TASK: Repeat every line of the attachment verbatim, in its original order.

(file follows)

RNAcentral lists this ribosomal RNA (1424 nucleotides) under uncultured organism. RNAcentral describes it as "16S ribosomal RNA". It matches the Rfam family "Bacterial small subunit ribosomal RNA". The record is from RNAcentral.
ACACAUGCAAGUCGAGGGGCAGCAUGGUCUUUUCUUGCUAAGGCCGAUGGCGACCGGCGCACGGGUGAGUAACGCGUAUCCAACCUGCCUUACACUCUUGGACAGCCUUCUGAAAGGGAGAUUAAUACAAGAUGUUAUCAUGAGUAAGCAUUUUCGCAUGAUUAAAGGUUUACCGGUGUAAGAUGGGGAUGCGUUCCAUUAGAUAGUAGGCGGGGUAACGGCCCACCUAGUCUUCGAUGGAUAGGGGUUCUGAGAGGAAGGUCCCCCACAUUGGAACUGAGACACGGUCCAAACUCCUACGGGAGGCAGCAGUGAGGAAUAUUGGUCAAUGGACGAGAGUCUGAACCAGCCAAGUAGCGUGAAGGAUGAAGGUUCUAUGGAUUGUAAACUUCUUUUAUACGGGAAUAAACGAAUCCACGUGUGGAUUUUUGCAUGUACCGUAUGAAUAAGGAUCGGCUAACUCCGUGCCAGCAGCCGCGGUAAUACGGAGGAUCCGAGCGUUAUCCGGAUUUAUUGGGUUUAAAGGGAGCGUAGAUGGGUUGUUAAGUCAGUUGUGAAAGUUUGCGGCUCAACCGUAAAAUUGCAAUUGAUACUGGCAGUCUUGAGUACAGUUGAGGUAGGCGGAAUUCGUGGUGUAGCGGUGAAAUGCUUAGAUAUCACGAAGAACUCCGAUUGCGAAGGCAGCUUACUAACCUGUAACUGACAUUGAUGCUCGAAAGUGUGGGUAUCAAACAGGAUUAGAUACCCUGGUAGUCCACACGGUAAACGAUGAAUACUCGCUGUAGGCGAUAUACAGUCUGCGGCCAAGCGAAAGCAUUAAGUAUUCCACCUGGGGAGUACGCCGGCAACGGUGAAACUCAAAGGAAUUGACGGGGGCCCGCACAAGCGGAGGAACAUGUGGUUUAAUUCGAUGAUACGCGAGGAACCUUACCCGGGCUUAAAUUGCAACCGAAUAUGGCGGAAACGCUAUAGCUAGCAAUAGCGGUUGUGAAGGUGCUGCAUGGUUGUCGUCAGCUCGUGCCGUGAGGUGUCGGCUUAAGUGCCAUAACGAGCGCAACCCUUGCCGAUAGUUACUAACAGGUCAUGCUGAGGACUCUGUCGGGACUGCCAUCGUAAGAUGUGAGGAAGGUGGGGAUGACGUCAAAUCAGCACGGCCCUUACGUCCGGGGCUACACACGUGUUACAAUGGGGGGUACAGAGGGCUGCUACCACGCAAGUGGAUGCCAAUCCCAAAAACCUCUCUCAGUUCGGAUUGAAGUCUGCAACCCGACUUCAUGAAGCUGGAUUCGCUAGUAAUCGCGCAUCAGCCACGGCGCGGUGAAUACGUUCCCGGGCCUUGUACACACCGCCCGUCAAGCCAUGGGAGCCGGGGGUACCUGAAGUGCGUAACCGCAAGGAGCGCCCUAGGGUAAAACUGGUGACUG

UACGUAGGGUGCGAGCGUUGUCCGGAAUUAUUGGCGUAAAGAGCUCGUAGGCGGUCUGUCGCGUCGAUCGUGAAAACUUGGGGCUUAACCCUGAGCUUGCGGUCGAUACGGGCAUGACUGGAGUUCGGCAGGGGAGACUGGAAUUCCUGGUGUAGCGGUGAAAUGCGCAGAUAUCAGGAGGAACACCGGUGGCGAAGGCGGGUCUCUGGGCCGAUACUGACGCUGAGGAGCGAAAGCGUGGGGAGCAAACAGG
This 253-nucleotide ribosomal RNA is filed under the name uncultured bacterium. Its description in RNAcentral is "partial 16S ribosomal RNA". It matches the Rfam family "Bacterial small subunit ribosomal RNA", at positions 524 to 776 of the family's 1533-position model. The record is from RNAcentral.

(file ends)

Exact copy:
RNAcentral lists this ribosomal RNA (1424 nucleotides) under uncultured organism. RNAcentral describes it as "16S ribosomal RNA". It matches the Rfam family "Bacterial small subunit ribosomal RNA". The record is from RNAcentral.
ACACAUGCAAGUCGAGGGGCAGCAUGGUCUUUUCUUGCUAAGGCCGAUGGCGACCGGCGCACGGGUGAGUAACGCGUAUCCAACCUGCCUUACACUCUUGGACAGCCUUCUGAAAGGGAGAUUAAUACAAGAUGUUAUCAUGAGUAAGCAUUUUCGCAUGAUUAAAGGUUUACCGGUGUAAGAUGGGGAUGCGUUCCAUUAGAUAGUAGGCGGGGUAACGGCCCACCUAGUCUUCGAUGGAUAGGGGUUCUGAGAGGAAGGUCCCCCACAUUGGAACUGAGACACGGUCCAAACUCCUACGGGAGGCAGCAGUGAGGAAUAUUGGUCAAUGGACGAGAGUCUGAACCAGCCAAGUAGCGUGAAGGAUGAAGGUUCUAUGGAUUGUAAACUUCUUUUAUACGGGAAUAAACGAAUCCACGUGUGGAUUUUUGCAUGUACCGUAUGAAUAAGGAUCGGCUAACUCCGUGCCAGCAGCCGCGGUAAUACGGAGGAUCCGAGCGUUAUCCGGAUUUAUUGGGUUUAAAGGGAGCGUAGAUGGGUUGUUAAGUCAGUUGUGAAAGUUUGCGGCUCAACCGUAAAAUUGCAAUUGAUACUGGCAGUCUUGAGUACAGUUGAGGUAGGCGGAAUUCGUGGUGUAGCGGUGAAAUGCUUAGAUAUCACGAAGAACUCCGAUUGCGAAGGCAGCUUACUAACCUGUAACUGACAUUGAUGCUCGAAAGUGUGGGUAUCAAACAGGAUUAGAUACCCUGGUAGUCCACACGGUAAACGAUGAAUACUCGCUGUAGGCGAUAUACAGUCUGCGGCCAAGCGAAAGCAUUAAGUAUUCCACCUGGGGAGUACGCCGGCAACGGUGAAACUCAAAGGAAUUGACGGGGGCCCGCACAAGCGGAGGAACAUGUGGUUUAAUUCGAUGAUACGCGAGGAACCUUACCCGGGCUUAAAUUGCAACCGAAUAUGGCGGAAACGCUAUAGCUAGCAAUAGCGGUUGUGAAGGUGCUGCAUGGUUGUCGUCAGCUCGUGCCGUGAGGUGUCGGCUUAAGUGCCAUAACGAGCGCAACCCUUGCCGAUAGUUACUAACAGGUCAUGCUGAGGACUCUGUCGGGACUGCCAUCGUAAGAUGUGAGGAAGGUGGGGAUGACGUCAAAUCAGCACGGCCCUUACGUCCGGGGCUACACACGUGUUACAAUGGGGGGUACAGAGGGCUGCUACCACGCAAGUGGAUGCCAAUCCCAAAAACCUCUCUCAGUUCGGAUUGAAGUCUGCAACCCGACUUCAUGAAGCUGGAUUCGCUAGUAAUCGCGCAUCAGCCACGGCGCGGUGAAUACGUUCCCGGGCCUUGUACACACCGCCCGUCAAGCCAUGGGAGCCGGGGGUACCUGAAGUGCGUAACCGCAAGGAGCGCCCUAGGGUAAAACUGGUGACUG

UACGUAGGGUGCGAGCGUUGUCCGGAAUUAUUGGCGUAAAGAGCUCGUAGGCGGUCUGUCGCGUCGAUCGUGAAAACUUGGGGCUUAACCCUGAGCUUGCGGUCGAUACGGGCAUGACUGGAGUUCGGCAGGGGAGACUGGAAUUCCUGGUGUAGCGGUGAAAUGCGCAGAUAUCAGGAGGAACACCGGUGGCGAAGGCGGGUCUCUGGGCCGAUACUGACGCUGAGGAGCGAAAGCGUGGGGAGCAAACAGG
This 253-nucleotide ribosomal RNA is filed under the name uncultured bacterium. Its description in RNAcentral is "partial 16S ribosomal RNA". It matches the Rfam family "Bacterial small subunit ribosomal RNA", at positions 524 to 776 of the family's 1533-position model. The record is from RNAcentral.